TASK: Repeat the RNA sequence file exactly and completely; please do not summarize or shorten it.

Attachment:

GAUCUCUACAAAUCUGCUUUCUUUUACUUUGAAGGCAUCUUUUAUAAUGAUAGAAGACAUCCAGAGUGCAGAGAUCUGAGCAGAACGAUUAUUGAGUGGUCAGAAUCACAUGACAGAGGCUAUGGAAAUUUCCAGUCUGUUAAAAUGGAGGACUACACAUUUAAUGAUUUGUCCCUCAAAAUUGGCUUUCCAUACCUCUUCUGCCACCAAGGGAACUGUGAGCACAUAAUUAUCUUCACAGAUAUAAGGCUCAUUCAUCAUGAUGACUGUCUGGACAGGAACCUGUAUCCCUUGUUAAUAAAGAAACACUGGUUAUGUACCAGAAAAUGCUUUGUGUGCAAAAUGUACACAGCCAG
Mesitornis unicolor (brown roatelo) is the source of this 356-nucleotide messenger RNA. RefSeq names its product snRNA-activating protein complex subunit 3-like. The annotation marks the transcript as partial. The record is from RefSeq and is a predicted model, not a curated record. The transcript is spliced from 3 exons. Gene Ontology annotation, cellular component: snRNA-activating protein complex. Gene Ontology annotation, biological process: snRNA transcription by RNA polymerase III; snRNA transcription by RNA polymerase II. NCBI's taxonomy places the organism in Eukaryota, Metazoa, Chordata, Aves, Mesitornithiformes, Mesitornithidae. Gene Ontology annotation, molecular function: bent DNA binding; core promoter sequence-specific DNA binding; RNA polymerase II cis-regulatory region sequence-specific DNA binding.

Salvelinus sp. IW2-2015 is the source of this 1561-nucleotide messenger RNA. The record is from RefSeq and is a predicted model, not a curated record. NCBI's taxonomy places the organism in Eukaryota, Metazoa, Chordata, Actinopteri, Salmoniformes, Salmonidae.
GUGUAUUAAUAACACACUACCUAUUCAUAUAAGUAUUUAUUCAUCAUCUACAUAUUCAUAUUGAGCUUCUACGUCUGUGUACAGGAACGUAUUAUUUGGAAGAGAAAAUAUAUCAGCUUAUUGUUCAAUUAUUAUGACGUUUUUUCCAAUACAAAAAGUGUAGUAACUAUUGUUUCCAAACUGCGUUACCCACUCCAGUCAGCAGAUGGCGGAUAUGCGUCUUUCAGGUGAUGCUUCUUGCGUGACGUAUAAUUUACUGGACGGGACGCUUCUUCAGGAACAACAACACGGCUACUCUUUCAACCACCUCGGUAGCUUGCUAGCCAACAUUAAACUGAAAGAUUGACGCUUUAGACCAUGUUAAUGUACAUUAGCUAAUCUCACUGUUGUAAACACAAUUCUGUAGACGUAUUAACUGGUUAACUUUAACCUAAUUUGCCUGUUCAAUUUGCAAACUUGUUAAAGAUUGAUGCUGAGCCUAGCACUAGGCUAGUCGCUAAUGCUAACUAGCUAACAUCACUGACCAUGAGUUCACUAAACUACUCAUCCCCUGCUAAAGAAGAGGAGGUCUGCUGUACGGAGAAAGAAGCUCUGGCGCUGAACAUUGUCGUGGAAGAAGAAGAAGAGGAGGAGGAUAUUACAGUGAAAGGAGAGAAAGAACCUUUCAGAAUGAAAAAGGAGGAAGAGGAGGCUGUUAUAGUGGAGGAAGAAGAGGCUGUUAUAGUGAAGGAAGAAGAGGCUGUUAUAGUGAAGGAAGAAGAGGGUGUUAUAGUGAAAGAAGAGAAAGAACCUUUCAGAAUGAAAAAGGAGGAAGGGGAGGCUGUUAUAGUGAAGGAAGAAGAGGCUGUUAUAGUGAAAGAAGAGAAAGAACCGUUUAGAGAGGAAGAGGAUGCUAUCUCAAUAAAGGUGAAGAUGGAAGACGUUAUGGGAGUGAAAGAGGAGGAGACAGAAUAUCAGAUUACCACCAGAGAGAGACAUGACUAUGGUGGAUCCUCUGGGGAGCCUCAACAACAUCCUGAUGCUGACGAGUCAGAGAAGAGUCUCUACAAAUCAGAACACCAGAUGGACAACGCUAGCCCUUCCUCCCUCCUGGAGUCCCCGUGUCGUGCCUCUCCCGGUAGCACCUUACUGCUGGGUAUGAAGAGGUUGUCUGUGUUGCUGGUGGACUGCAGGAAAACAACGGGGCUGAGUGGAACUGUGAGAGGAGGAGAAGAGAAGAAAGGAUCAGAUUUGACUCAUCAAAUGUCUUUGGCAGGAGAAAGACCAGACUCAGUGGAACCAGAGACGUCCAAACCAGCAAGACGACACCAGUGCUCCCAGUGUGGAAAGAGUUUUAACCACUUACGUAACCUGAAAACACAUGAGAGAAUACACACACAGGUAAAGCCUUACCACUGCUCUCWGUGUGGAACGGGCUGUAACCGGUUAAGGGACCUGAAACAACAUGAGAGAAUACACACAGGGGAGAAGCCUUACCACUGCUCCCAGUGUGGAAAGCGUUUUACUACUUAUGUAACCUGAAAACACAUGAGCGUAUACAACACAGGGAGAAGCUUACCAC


GAUCUCUACAAAUCUGCUUUCUUUUACUUUGAAGGCAUCUUUUAUAAUGAUAGAAGACAUCCAGAGUGCAGAGAUCUGAGCAGAACGAUUAUUGAGUGGUCAGAAUCACAUGACAGAGGCUAUGGAAAUUUCCAGUCUGUUAAAAUGGAGGACUACACAUUUAAUGAUUUGUCCCUCAAAAUUGGCUUUCCAUACCUCUUCUGCCACCAAGGGAACUGUGAGCACAUAAUUAUCUUCACAGAUAUAAGGCUCAUUCAUCAUGAUGACUGUCUGGACAGGAACCUGUAUCCCUUGUUAAUAAAGAAACACUGGUUAUGUACCAGAAAAUGCUUUGUGUGCAAAAUGUACACAGCCAG
Mesitornis unicolor (brown roatelo) is the source of this 356-nucleotide messenger RNA. RefSeq names its product snRNA-activating protein complex subunit 3-like. The annotation marks the transcript as partial. The record is from RefSeq and is a predicted model, not a curated record. The transcript is spliced from 3 exons. Gene Ontology annotation, cellular component: snRNA-activating protein complex. Gene Ontology annotation, biological process: snRNA transcription by RNA polymerase III; snRNA transcription by RNA polymerase II. NCBI's taxonomy places the organism in Eukaryota, Metazoa, Chordata, Aves, Mesitornithiformes, Mesitornithidae. Gene Ontology annotation, molecular function: bent DNA binding; core promoter sequence-specific DNA binding; RNA polymerase II cis-regulatory region sequence-specific DNA binding.

Salvelinus sp. IW2-2015 is the source of this 1561-nucleotide messenger RNA. The record is from RefSeq and is a predicted model, not a curated record. NCBI's taxonomy places the organism in Eukaryota, Metazoa, Chordata, Actinopteri, Salmoniformes, Salmonidae.
GUGUAUUAAUAACACACUACCUAUUCAUAUAAGUAUUUAUUCAUCAUCUACAUAUUCAUAUUGAGCUUCUACGUCUGUGUACAGGAACGUAUUAUUUGGAAGAGAAAAUAUAUCAGCUUAUUGUUCAAUUAUUAUGACGUUUUUUCCAAUACAAAAAGUGUAGUAACUAUUGUUUCCAAACUGCGUUACCCACUCCAGUCAGCAGAUGGCGGAUAUGCGUCUUUCAGGUGAUGCUUCUUGCGUGACGUAUAAUUUACUGGACGGGACGCUUCUUCAGGAACAACAACACGGCUACUCUUUCAACCACCUCGGUAGCUUGCUAGCCAACAUUAAACUGAAAGAUUGACGCUUUAGACCAUGUUAAUGUACAUUAGCUAAUCUCACUGUUGUAAACACAAUUCUGUAGACGUAUUAACUGGUUAACUUUAACCUAAUUUGCCUGUUCAAUUUGCAAACUUGUUAAAGAUUGAUGCUGAGCCUAGCACUAGGCUAGUCGCUAAUGCUAACUAGCUAACAUCACUGACCAUGAGUUCACUAAACUACUCAUCCCCUGCUAAAGAAGAGGAGGUCUGCUGUACGGAGAAAGAAGCUCUGGCGCUGAACAUUGUCGUGGAAGAAGAAGAAGAGGAGGAGGAUAUUACAGUGAAAGGAGAGAAAGAACCUUUCAGAAUGAAAAAGGAGGAAGAGGAGGCUGUUAUAGUGGAGGAAGAAGAGGCUGUUAUAGUGAAGGAAGAAGAGGCUGUUAUAGUGAAGGAAGAAGAGGGUGUUAUAGUGAAAGAAGAGAAAGAACCUUUCAGAAUGAAAAAGGAGGAAGGGGAGGCUGUUAUAGUGAAGGAAGAAGAGGCUGUUAUAGUGAAAGAAGAGAAAGAACCGUUUAGAGAGGAAGAGGAUGCUAUCUCAAUAAAGGUGAAGAUGGAAGACGUUAUGGGAGUGAAAGAGGAGGAGACAGAAUAUCAGAUUACCACCAGAGAGAGACAUGACUAUGGUGGAUCCUCUGGGGAGCCUCAACAACAUCCUGAUGCUGACGAGUCAGAGAAGAGUCUCUACAAAUCAGAACACCAGAUGGACAACGCUAGCCCUUCCUCCCUCCUGGAGUCCCCGUGUCGUGCCUCUCCCGGUAGCACCUUACUGCUGGGUAUGAAGAGGUUGUCUGUGUUGCUGGUGGACUGCAGGAAAACAACGGGGCUGAGUGGAACUGUGAGAGGAGGAGAAGAGAAGAAAGGAUCAGAUUUGACUCAUCAAAUGUCUUUGGCAGGAGAAAGACCAGACUCAGUGGAACCAGAGACGUCCAAACCAGCAAGACGACACCAGUGCUCCCAGUGUGGAAAGAGUUUUAACCACUUACGUAACCUGAAAACACAUGAGAGAAUACACACACAGGUAAAGCCUUACCACUGCUCUCWGUGUGGAACGGGCUGUAACCGGUUAAGGGACCUGAAACAACAUGAGAGAAUACACACAGGGGAGAAGCCUUACCACUGCUCCCAGUGUGGAAAGCGUUUUACUACUUAUGUAACCUGAAAACACAUGAGCGUAUACAACACAGGGAGAAGCUUACCAC